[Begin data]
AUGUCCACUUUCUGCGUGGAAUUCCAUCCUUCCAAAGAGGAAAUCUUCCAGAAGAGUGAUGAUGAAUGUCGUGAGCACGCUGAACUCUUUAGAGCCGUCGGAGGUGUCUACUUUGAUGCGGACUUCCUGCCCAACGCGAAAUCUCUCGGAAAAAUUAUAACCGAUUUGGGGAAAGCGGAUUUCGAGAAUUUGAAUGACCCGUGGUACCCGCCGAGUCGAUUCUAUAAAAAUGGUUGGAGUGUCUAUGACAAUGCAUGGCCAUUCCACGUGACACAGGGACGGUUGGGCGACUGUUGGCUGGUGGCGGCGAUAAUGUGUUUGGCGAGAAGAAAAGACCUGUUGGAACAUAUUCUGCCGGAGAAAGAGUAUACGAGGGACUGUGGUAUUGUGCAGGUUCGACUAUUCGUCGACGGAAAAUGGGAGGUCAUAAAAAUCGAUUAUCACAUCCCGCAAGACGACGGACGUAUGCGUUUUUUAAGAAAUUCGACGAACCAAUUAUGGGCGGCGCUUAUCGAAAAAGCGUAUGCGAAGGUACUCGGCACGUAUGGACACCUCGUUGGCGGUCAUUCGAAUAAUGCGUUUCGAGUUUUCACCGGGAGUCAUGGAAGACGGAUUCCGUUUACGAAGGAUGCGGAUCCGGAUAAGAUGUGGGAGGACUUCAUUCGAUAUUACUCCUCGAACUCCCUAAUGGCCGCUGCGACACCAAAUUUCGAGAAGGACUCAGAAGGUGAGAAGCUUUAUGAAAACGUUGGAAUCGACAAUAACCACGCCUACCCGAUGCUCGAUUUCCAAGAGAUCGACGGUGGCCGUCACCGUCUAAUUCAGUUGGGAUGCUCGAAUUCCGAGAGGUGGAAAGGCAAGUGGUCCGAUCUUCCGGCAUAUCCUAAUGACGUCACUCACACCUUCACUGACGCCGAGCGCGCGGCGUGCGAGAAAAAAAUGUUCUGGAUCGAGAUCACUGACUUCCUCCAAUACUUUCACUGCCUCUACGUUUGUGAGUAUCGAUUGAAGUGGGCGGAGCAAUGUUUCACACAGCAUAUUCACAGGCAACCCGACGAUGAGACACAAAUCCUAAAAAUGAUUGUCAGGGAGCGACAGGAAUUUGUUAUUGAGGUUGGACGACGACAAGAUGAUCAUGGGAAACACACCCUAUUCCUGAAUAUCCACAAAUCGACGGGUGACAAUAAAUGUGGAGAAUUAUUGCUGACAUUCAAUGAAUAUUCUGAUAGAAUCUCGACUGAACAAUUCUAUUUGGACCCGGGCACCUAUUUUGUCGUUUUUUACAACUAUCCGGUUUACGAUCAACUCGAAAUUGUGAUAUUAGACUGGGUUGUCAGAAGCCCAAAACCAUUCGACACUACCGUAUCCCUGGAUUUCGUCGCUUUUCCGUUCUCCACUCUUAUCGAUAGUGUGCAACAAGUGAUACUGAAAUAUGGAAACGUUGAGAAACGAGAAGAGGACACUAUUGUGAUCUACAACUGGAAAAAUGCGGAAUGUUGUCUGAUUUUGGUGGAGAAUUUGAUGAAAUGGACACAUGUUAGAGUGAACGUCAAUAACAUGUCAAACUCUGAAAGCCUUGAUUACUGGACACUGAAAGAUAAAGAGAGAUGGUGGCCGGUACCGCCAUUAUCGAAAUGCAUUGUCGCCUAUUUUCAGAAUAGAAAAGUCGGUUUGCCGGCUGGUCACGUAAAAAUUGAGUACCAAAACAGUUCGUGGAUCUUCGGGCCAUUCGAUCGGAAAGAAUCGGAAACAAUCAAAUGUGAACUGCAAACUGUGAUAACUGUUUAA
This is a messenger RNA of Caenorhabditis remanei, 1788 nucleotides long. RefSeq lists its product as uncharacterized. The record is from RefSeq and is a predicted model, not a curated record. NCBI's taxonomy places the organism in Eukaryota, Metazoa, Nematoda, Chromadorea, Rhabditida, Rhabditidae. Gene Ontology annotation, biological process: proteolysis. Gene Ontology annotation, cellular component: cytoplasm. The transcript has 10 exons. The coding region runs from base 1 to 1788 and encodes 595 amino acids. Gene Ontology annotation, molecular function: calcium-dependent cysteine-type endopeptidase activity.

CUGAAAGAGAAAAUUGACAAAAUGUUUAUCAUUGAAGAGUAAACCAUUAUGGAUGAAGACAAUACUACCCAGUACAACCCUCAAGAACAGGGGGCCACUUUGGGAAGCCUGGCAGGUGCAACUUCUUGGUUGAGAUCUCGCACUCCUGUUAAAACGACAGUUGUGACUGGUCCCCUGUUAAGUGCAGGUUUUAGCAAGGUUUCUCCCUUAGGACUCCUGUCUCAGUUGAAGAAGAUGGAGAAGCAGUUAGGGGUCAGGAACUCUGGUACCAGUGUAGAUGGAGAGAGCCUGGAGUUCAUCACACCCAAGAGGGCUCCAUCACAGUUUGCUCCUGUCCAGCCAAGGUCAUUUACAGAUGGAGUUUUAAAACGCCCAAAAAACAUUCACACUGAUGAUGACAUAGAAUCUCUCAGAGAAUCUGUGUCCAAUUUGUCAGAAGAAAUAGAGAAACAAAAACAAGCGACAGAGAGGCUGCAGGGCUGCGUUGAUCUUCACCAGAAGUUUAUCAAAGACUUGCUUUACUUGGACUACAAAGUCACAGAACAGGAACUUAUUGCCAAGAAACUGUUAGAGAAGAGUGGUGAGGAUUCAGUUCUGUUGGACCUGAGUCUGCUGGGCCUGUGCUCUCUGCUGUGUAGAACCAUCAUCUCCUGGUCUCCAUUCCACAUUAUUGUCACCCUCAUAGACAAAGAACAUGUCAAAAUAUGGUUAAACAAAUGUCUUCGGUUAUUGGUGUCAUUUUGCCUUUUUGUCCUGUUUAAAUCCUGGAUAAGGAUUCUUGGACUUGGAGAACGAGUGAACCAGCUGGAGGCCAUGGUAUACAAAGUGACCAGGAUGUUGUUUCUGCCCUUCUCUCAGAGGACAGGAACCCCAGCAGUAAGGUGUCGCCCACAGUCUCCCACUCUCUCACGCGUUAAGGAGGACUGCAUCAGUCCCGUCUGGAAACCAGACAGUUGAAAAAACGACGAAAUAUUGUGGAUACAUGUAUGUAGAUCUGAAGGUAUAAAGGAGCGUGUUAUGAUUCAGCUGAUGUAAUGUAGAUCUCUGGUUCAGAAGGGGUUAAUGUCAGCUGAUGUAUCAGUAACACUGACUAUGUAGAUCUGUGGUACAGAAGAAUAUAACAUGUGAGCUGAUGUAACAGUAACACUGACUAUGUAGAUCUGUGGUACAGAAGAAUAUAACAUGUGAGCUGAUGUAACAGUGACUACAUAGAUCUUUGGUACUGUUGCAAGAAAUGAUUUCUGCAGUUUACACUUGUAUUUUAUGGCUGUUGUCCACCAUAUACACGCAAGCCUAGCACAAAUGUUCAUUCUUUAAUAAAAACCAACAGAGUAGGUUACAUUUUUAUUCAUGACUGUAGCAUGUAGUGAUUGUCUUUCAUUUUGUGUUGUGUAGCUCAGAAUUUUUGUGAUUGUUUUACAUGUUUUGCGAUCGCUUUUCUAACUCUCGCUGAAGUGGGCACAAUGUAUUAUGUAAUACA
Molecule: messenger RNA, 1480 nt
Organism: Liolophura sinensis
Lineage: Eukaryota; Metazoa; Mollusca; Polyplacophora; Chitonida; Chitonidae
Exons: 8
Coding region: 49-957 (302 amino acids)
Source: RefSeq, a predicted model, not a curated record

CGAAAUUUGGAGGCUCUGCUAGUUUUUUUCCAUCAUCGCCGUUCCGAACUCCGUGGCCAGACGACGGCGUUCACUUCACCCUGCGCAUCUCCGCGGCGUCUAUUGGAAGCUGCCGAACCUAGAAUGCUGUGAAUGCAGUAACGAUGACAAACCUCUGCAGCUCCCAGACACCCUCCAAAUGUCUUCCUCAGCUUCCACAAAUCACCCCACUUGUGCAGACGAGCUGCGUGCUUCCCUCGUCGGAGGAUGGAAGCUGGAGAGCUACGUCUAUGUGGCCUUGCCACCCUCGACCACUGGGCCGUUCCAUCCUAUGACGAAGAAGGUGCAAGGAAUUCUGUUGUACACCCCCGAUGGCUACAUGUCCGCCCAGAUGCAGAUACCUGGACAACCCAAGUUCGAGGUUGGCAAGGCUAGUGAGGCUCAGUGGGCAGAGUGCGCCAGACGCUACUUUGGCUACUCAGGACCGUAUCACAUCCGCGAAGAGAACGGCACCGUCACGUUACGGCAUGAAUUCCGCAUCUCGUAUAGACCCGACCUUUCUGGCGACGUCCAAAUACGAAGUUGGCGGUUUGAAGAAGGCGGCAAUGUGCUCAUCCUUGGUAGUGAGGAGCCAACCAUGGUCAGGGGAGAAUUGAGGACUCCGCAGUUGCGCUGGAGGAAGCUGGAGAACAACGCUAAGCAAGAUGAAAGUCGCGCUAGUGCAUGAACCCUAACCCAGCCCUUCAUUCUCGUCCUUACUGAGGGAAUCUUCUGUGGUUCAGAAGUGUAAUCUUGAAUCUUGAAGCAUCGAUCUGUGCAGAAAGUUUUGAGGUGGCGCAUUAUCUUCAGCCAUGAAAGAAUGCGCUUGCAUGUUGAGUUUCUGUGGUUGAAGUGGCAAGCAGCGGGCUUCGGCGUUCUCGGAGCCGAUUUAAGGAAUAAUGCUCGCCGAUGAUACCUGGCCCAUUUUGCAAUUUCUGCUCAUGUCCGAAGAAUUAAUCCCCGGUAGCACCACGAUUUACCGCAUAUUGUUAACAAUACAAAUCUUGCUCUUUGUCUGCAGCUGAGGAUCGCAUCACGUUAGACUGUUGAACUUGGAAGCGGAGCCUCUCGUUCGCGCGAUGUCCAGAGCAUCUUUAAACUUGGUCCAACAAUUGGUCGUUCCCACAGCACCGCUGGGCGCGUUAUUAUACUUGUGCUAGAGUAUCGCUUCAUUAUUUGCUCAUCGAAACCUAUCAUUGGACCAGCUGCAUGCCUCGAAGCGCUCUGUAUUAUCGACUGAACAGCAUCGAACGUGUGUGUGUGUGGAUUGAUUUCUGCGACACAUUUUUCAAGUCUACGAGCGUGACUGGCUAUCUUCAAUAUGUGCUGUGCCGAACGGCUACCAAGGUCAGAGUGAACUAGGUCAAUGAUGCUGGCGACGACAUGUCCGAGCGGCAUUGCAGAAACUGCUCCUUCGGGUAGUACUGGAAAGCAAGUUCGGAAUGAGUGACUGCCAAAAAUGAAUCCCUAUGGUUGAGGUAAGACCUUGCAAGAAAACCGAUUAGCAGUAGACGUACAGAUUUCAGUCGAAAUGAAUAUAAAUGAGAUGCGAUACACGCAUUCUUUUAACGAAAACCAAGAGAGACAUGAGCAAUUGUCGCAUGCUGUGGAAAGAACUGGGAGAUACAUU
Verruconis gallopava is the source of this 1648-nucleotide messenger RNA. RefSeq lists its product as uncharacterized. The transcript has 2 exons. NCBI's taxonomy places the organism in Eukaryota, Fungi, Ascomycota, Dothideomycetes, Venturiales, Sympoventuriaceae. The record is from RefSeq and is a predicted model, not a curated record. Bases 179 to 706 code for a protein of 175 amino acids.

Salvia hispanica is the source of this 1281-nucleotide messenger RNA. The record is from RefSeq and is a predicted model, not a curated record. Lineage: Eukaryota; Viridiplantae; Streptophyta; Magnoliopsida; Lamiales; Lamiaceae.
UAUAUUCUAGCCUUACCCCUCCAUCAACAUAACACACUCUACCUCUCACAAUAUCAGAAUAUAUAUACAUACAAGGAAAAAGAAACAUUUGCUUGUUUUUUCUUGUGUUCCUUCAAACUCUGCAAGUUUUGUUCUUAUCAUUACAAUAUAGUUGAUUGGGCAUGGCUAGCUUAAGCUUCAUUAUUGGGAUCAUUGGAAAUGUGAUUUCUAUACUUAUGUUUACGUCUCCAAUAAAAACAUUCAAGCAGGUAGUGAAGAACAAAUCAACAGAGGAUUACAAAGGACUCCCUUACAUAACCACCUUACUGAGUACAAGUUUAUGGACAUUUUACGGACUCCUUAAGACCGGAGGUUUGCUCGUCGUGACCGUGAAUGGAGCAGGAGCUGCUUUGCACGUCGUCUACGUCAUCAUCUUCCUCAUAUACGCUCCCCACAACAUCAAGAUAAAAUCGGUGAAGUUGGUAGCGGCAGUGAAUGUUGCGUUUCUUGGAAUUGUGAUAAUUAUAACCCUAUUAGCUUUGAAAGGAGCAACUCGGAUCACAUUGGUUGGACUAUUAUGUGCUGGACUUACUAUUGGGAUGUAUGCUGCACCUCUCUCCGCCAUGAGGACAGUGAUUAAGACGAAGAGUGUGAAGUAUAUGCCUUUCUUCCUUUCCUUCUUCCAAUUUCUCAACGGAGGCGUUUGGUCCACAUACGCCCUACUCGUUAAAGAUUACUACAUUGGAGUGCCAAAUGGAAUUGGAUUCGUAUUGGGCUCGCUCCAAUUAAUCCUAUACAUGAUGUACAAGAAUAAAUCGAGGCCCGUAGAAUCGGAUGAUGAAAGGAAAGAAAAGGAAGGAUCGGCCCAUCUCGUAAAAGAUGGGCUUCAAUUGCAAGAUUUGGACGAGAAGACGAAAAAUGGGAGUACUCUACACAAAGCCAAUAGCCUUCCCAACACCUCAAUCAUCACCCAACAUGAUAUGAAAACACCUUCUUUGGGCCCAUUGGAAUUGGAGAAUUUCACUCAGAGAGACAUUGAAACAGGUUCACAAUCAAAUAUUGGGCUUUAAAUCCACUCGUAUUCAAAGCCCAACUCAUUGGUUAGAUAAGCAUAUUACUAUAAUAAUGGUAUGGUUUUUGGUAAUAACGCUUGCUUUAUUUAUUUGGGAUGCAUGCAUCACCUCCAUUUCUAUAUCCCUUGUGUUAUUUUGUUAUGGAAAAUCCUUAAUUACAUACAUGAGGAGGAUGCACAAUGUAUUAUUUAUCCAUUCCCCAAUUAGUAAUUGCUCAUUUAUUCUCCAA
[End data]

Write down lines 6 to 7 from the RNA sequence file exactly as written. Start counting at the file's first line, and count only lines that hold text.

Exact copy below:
Lineage: Eukaryota; Metazoa; Mollusca; Polyplacophora; Chitonida; Chitonidae
Exons: 8